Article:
Jefferson penned an outraged response, which she had South Delta employees hand-deliver to the members of the preservation commission. Jefferson says she believed at the time that West was a member of the commission. (For the record, he is not.)
“You would think that in 2008, people have learned the lessons of Mississippi’s horrid past,” Jefferson wrote in her reply.
“The letter is direct and not subtle in its attack on the very core of the goals and mandate of SDRHA to provide affordable and first class housing for the clients that it serves,” Jefferson continued. “It is not a mandate that perpetuates the age old stereotypes those less fortunate should be constricted to marginal housing.”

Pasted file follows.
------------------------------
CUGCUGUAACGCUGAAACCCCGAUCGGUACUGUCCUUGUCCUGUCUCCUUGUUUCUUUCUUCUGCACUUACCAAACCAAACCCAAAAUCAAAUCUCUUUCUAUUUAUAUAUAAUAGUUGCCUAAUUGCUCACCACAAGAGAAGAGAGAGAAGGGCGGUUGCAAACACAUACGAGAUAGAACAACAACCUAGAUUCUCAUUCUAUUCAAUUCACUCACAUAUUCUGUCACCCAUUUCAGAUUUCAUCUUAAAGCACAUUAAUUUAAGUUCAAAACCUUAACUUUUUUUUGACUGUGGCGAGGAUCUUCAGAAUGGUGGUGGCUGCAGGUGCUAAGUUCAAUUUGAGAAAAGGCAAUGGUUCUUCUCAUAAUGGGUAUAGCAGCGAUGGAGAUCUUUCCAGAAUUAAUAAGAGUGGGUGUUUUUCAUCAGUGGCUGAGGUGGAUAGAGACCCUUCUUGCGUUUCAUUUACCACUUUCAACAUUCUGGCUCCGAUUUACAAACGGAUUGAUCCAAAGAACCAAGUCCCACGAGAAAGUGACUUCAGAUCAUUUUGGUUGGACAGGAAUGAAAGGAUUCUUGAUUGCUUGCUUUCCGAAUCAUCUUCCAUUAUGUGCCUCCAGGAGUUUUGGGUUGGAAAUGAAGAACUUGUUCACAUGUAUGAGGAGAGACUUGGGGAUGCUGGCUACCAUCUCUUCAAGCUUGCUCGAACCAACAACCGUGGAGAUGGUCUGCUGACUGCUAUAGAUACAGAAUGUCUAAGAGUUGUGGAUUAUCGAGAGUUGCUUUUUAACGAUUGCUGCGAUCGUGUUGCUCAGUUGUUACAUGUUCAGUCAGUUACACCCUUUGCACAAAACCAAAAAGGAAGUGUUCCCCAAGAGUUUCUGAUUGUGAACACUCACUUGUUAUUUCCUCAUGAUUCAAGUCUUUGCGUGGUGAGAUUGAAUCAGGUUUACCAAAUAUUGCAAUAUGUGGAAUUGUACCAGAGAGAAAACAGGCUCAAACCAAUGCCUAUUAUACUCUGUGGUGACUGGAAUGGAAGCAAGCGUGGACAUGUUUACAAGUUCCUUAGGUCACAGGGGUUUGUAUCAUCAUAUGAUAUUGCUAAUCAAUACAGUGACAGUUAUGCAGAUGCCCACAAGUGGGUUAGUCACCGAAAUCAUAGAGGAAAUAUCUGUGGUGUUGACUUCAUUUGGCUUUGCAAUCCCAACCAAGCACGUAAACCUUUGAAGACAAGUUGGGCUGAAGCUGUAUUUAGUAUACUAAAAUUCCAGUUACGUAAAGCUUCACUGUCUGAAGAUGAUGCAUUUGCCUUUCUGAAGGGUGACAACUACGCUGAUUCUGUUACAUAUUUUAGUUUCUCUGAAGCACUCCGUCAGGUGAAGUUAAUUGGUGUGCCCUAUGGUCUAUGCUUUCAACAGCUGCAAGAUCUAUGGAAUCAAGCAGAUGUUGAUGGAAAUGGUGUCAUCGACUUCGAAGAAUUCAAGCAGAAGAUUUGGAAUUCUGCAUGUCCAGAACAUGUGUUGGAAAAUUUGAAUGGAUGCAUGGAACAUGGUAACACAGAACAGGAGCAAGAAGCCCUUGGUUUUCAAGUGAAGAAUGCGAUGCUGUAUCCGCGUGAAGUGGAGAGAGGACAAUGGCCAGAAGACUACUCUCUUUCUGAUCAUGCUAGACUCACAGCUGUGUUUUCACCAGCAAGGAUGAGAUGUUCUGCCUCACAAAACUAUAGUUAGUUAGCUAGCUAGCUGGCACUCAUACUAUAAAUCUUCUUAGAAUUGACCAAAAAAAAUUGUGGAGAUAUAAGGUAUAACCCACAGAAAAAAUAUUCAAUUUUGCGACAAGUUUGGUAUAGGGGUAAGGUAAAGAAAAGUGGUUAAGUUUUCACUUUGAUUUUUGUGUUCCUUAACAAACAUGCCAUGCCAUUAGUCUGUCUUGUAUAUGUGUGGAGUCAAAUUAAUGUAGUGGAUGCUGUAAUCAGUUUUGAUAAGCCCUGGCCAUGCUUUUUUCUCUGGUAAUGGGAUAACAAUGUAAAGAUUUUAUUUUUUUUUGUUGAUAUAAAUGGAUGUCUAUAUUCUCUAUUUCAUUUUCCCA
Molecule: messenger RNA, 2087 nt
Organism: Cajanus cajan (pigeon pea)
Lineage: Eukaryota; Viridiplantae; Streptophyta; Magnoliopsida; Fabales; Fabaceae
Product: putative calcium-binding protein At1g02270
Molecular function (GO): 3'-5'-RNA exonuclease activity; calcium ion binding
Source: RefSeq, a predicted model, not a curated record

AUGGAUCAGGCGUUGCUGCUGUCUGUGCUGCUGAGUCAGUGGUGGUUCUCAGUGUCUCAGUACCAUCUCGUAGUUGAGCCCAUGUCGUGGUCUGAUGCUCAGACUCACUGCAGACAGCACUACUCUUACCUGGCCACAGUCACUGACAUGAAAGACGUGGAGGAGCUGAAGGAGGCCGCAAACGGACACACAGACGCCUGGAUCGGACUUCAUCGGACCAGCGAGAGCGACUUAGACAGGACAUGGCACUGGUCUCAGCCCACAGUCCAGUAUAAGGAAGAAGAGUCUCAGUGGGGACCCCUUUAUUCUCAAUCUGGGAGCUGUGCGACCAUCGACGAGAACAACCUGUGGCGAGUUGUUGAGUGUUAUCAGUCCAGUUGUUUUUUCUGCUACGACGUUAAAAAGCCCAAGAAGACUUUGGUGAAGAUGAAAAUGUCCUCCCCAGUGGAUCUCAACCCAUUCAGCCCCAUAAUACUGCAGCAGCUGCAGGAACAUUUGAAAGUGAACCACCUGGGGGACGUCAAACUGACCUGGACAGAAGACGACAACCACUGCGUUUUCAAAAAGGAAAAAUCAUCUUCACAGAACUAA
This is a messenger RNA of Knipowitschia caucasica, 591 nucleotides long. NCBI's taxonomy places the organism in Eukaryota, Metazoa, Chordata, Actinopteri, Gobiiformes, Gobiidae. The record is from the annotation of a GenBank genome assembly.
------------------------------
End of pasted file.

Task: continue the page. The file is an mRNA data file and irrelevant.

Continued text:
These disputes, with their weeks of buildup, finally unwound in a flurry of words at the July 21 commission meeting.
According to the minutes of the meeting, Jefferson interrupted the proceedings and accused the commissioners of racism and bigotry. As Splane tried to correct the misimpression that West was a member of the commission, and to explain that nothing in the preservation ordinance prevented South Delta from buying property in the historic district, Jefferson said she refused to let the commissioners demean her.
“Do not interfere with our contractors,” she concluded. “That is a violation of federal law.”
As the minutes describe it, Jefferson then stormed out of the meeting with an entourage of South Delta employees behind her.
“I was just so astonished,” says Commissioner Daryl Lewis. “She just barreled right through. She didn’t let anyone get a word in edgewise.
“We were fully prepared to work with her,” he added.